Cryptococcus neoformans (CN), an encapsulated, ubiquitous environmental yeast, is pathogenic for humans, primarily those with compromised immune function. CN is believed to be a facultative intracellular pathogen. Time-lapsed video microscopy revealed that yeast began to replicate and divide 2 hours after ingestion by J774.16 macrophage cells, with the average cell hosting 10-40 organisms of varying morphologies before ultimately lysing and releasing organisms, either singly or in clumps. Intracellular growth was accompanied by the accumulation of polysaccharide-filled vesicles in the macrophage. Studies with fluorescently labeled dextran revealed that the phagolysosomal compartment became leaky during the course of intracellular infection. Consistent with this observation, phagosomes containing CN had an increased pH relative to similar phagosomes containing inert magnetic beads, as indicated by a colorimetric change in the pH-sensitive Lysosensor dye. Immunocytochemistry revealed differences in the reactivity of polysaccharide elaborated by CN inside macrophages relative to that expressed in vitro. Taken together these results are suggestive of a novel mechanism of intracellular survival by an encapsulated organism, whereby ingestion is followed by damage to the phagosomal membrane resulting in continuity with the cytoplasm, accumulation of polysaccharide-containing vesicles, and possibly, production of a structurally different polysaccharide.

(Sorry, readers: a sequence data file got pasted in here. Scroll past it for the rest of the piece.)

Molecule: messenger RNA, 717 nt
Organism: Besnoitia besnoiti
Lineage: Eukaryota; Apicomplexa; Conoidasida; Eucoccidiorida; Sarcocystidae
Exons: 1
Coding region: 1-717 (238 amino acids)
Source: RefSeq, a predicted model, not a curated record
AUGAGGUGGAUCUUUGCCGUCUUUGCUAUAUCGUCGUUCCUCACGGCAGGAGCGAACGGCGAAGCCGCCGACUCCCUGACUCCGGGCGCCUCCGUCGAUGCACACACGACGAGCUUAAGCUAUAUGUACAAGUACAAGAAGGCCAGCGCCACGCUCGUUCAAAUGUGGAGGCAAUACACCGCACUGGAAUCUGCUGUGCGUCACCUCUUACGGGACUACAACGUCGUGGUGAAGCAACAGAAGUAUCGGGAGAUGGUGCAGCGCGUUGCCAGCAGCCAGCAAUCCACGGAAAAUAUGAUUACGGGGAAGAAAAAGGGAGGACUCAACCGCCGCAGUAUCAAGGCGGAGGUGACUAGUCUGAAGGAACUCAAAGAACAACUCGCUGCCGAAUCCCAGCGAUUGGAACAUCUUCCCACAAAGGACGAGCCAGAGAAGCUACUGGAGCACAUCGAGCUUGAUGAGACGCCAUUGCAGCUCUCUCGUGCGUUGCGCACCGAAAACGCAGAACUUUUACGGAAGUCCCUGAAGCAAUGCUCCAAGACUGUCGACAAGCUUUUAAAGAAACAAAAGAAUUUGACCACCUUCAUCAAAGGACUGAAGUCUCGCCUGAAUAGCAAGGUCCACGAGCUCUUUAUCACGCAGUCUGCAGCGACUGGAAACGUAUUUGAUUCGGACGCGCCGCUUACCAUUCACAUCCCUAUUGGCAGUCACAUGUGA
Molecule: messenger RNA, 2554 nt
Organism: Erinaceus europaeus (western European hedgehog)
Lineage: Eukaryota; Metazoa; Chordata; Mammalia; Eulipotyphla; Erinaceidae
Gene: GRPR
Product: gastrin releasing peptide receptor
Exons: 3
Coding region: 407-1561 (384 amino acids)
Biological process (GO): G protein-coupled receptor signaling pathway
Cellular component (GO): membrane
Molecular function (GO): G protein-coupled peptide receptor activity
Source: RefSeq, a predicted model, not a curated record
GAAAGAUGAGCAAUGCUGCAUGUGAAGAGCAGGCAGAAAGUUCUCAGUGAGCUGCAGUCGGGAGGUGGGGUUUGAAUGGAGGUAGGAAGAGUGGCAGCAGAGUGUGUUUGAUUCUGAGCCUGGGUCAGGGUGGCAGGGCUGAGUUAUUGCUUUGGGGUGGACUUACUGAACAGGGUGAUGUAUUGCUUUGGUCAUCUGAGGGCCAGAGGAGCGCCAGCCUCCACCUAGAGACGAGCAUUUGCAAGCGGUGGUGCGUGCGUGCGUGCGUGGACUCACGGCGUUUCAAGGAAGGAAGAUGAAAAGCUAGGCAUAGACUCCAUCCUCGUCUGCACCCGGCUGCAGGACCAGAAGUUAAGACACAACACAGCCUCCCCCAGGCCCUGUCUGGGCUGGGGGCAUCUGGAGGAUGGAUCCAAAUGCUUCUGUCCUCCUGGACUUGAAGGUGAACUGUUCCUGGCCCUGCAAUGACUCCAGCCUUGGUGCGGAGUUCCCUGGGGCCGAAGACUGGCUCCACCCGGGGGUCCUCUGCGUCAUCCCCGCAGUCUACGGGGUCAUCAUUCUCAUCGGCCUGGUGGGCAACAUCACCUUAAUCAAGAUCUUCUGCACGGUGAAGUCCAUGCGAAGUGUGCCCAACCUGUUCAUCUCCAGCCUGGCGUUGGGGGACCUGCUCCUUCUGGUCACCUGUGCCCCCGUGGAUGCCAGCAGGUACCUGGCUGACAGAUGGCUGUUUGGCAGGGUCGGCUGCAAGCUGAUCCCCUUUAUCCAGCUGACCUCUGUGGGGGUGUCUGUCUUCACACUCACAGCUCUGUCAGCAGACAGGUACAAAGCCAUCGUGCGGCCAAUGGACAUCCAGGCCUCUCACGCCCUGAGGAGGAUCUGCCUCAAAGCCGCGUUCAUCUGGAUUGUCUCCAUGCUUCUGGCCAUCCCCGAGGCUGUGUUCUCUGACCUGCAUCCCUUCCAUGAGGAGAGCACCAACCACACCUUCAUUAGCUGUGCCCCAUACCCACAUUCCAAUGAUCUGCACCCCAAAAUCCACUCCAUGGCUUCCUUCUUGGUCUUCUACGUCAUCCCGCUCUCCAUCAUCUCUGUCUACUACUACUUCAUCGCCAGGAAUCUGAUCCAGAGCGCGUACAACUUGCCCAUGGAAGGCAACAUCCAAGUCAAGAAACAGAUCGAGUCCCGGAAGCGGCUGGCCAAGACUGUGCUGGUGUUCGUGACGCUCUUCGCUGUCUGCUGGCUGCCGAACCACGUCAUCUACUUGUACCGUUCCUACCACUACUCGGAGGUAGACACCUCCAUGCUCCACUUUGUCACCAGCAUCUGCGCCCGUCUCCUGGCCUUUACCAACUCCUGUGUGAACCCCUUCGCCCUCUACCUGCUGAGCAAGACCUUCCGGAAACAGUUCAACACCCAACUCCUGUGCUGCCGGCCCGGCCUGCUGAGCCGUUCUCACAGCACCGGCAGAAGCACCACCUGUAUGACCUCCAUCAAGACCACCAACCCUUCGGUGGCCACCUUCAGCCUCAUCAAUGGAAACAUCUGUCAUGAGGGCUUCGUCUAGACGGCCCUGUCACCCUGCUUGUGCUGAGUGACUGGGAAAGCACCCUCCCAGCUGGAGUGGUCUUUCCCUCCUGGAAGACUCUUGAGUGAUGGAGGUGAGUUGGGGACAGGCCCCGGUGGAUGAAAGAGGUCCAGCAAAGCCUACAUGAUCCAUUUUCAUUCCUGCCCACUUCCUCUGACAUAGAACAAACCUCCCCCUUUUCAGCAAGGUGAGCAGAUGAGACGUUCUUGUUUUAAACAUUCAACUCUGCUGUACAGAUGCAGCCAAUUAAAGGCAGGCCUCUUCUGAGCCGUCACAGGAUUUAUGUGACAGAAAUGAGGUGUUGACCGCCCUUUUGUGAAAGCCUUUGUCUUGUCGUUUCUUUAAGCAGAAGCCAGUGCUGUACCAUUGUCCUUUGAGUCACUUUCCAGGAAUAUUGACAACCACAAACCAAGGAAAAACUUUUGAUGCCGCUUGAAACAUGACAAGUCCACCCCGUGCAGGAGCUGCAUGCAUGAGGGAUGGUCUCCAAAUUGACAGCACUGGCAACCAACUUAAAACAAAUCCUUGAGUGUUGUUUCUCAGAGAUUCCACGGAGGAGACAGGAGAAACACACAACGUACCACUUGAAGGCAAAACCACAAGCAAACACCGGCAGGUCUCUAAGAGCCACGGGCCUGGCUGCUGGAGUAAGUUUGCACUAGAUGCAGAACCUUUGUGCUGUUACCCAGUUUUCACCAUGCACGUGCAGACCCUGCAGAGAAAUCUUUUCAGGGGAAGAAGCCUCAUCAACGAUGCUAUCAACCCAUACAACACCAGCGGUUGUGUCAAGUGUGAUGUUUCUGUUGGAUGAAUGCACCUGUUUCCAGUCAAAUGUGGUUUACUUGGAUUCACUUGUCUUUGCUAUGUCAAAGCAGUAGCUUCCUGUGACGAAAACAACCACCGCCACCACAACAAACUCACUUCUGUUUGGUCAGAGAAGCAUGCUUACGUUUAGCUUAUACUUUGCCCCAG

|Original language||English (US)|
|Number of pages||6|
|Journal||Proceedings of the National Academy of Sciences of the United States of America|
|State||Published - Mar 5 2002|
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